Why the City of Austin Created a Children’s Outdoor Bill of Rights
Austin Mayor Steve Adler and Director of Parks and Recreation Sara Hensley won the unanimous support of the city council when they recently created the document as part of a larger strategy to connect children to nature.
This is a guest post by Steven Adler and Sara Hensley. This post is part of a series celebrating parks and nature during National Parks Week.
Over the last decade, the Parks and Recreation Department (PARD) of Austin, Texas, has been a leader in the rapidly expanding grassroots movement of organizations dedicated to getting more kids outside and educating parents, teachers and healthcare providers about the benefits of frequent connections with nature. When the Cities Connecting Children to Nature (CCCN) Initiative — a partnership between the National League of Cities and the Children and Nature Network — was launched, Austin’s Children in Nature movement was poised to take the next step to elevate its message and work toward a more impactful interdepartmental and cross-sector scale citywide.
Concurrently, Mayor Steve Adler launched the Spirit of East Austin equity initiative to focus new energy on breaking down barriers along Austin’s eastern crescent, historically a dividing line for race and economic prosperity. The CCCN Implementation Plan, which aims to help city leaders foster key strategies that will provide more equitable and abundant connections to nature for all children, offered the perfect opportunity to bridge the missions of PARD and the mayor’s office by focusing on issues of nature access in areas of Austin that have been historically underserved.
Since research shows that children who learn and play in nature are healthier, happier and perform better in school, Austin’s CCCN Plan focuses on greening school yards and creating a new network of school parks. Austin’s CCCN Plan seeks to provide daily access to rich nature environments for tens of thousands of underserved students and strengthen communities with nearby nature across our entire city. This collaborative effort has produced a three-year implementation plan that not only connects and reinforces goals shared by PARD and the mayor’s office but also brings together multiple city departments, Austin’s Independent School District, dozens of nonprofit organizations, and the health sector.
To launch this plan, the Austin CCCN team developed the Austin’s Children’s Outdoor Bill of Rights (COBOR) Resolution to serve as a public-facing symbol of the overarching goals Austin has for its children. The resolution states that children of all backgrounds and abilities have a number of inherent rights:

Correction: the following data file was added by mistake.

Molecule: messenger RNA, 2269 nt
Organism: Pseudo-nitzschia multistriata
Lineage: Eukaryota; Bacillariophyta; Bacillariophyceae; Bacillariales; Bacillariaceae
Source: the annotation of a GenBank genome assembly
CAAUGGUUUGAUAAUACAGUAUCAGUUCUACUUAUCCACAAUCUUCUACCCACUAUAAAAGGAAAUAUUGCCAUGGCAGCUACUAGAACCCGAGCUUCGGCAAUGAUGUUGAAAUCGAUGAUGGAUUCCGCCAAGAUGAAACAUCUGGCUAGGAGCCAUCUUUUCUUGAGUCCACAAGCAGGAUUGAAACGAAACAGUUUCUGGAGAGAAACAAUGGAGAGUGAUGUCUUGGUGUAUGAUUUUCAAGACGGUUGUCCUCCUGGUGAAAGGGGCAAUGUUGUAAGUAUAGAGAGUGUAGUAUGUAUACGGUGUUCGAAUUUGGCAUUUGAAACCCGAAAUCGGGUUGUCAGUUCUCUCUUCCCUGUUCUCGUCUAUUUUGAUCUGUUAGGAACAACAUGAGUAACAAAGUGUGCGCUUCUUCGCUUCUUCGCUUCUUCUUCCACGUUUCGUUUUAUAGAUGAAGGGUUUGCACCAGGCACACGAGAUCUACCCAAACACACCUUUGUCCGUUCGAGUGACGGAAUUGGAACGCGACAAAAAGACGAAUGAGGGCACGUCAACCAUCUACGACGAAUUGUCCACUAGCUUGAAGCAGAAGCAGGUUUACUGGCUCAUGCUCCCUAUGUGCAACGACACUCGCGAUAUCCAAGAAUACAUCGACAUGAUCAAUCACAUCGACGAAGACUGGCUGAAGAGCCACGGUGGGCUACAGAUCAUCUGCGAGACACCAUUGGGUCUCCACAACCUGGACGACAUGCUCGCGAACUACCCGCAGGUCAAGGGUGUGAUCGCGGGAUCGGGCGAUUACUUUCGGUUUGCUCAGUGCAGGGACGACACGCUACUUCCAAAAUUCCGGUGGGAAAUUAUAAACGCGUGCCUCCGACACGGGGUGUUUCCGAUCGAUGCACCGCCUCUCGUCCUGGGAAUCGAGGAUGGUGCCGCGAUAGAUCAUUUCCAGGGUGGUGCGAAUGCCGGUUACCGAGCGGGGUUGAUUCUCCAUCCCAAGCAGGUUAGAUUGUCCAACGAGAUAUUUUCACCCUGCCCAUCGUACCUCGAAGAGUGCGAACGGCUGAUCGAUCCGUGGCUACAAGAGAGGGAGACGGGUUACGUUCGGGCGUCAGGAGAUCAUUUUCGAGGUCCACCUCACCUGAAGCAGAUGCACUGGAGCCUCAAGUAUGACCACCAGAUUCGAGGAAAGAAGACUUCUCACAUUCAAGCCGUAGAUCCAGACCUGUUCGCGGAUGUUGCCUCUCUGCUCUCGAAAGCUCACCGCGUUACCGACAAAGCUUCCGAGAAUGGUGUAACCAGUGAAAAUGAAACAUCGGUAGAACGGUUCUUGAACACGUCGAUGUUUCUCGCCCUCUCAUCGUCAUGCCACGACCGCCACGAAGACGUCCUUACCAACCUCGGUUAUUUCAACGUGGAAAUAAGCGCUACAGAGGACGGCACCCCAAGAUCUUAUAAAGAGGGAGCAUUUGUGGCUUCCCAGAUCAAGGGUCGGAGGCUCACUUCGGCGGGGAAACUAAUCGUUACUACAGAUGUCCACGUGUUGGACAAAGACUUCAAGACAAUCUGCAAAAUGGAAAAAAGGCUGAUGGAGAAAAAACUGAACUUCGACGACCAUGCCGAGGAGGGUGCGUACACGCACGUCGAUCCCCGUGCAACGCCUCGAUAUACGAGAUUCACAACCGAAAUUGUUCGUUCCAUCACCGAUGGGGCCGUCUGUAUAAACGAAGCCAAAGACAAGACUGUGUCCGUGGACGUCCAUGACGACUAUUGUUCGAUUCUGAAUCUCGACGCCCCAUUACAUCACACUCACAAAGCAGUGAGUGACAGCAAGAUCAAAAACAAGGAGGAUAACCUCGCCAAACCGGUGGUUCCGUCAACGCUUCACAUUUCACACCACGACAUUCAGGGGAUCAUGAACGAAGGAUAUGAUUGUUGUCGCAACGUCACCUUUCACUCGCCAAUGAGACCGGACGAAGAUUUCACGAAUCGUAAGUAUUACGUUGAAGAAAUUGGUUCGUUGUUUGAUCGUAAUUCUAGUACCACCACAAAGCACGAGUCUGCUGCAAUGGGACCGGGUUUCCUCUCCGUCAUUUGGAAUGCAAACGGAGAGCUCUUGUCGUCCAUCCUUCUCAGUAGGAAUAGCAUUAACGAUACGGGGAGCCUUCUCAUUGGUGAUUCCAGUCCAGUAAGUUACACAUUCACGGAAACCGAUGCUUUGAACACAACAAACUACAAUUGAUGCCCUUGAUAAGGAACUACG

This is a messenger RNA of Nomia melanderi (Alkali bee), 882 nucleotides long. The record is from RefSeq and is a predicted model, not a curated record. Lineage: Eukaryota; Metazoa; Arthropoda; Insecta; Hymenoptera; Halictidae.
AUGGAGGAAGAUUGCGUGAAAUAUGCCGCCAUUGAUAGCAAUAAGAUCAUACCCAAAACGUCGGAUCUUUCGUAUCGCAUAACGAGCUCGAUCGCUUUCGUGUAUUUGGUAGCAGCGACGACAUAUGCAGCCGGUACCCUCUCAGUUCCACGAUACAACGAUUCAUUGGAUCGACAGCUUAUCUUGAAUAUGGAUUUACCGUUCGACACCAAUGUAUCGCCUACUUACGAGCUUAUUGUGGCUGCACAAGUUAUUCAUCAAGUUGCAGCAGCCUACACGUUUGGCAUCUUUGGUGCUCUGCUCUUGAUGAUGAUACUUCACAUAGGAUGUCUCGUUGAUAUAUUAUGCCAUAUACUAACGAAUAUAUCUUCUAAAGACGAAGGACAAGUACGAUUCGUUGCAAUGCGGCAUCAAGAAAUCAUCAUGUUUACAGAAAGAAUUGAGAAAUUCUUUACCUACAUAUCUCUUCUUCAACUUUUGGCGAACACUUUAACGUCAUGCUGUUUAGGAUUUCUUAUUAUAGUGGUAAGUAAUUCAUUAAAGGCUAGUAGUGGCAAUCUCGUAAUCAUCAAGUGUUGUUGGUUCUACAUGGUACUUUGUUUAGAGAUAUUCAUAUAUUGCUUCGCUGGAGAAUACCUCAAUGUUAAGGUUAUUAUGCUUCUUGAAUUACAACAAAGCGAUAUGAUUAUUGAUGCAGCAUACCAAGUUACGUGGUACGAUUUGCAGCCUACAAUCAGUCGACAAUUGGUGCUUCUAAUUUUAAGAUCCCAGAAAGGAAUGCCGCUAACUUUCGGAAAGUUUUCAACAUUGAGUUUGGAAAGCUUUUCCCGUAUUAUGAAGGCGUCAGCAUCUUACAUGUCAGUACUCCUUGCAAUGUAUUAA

With strategic guidance from Austin Councilmember Leslie Pool as well as Mayor Adler, PARD built support for the Children’s Outdoor Bill of Rights resolution, resulting in a pledge signed by more than 1000 citizens, an official endorsement by the Austin Independent School District as a supporting partner, and the Austin City Council’s unanimous vote of approval on January 26, 2017.
City actions to bring the Children’s Outdoor Bill of Rights to life include the immediate implementation of the Green School Parks Project in areas of Austin with low “nature equity.” The goal of this project is to create nature-rich environments on school campuses that are co-owned by PARD and the Austin Independent School District. These school parks will serve as natural outdoor spaces for students to learn, play, and grow while at the same time providing nature-rich environments to the surrounding community outside of school hours.
The Green School Parks Project kicked off in January 2017 at Barrington Elementary and is currently in the Community Engagement Phase, taking input via a photo survey from teachers, students, parents and community members about the kinds of nature features they would like included on the school grounds. Design plans should be finalized this May, and build-out will be complete by fall 2017, in time for the new school year.
Moving into 2018 and 2019, the project will be expanded to nearby Wooldridge Elementary and Cook Elementary, with the goal of expanding the model across the Austin Independent School District over the next five to 10 years. Schools will be prioritized based on need with an innovative “Nature Equity Map” that layers nature, economic opportunity and health factors to create a “Nature Equity Score.” This map will continue to be updated and revised using the best available data to ensure nature access is being created where it is most needed in Austin.
As we continue to expand the Green School Parks Project, the Austin Children’s Outdoor Bill of Rights will serve as a key communication tool across a diverse array of partners striving to promote equitable and abundant nature access in Austin. The Outdoor Bill of Rights can be adopted by any person or organization. The extent of the impact of the Outdoor Bill of Rights and the larger CCCN Plan on Austin children will depend upon PARD’s sustained support and a robust network of partners working daily to ensure that every child in Austin has the opportunity to experience nature. With this commitment in place, the city of Austin will continue to lead in connecting children to nature and improving equity across our city.
About the authors:
Steve Adler is the mayor of Austin, Texas.
Sara Hensley is the interim assistant city manager and director of parks and recreation for the city of Austin.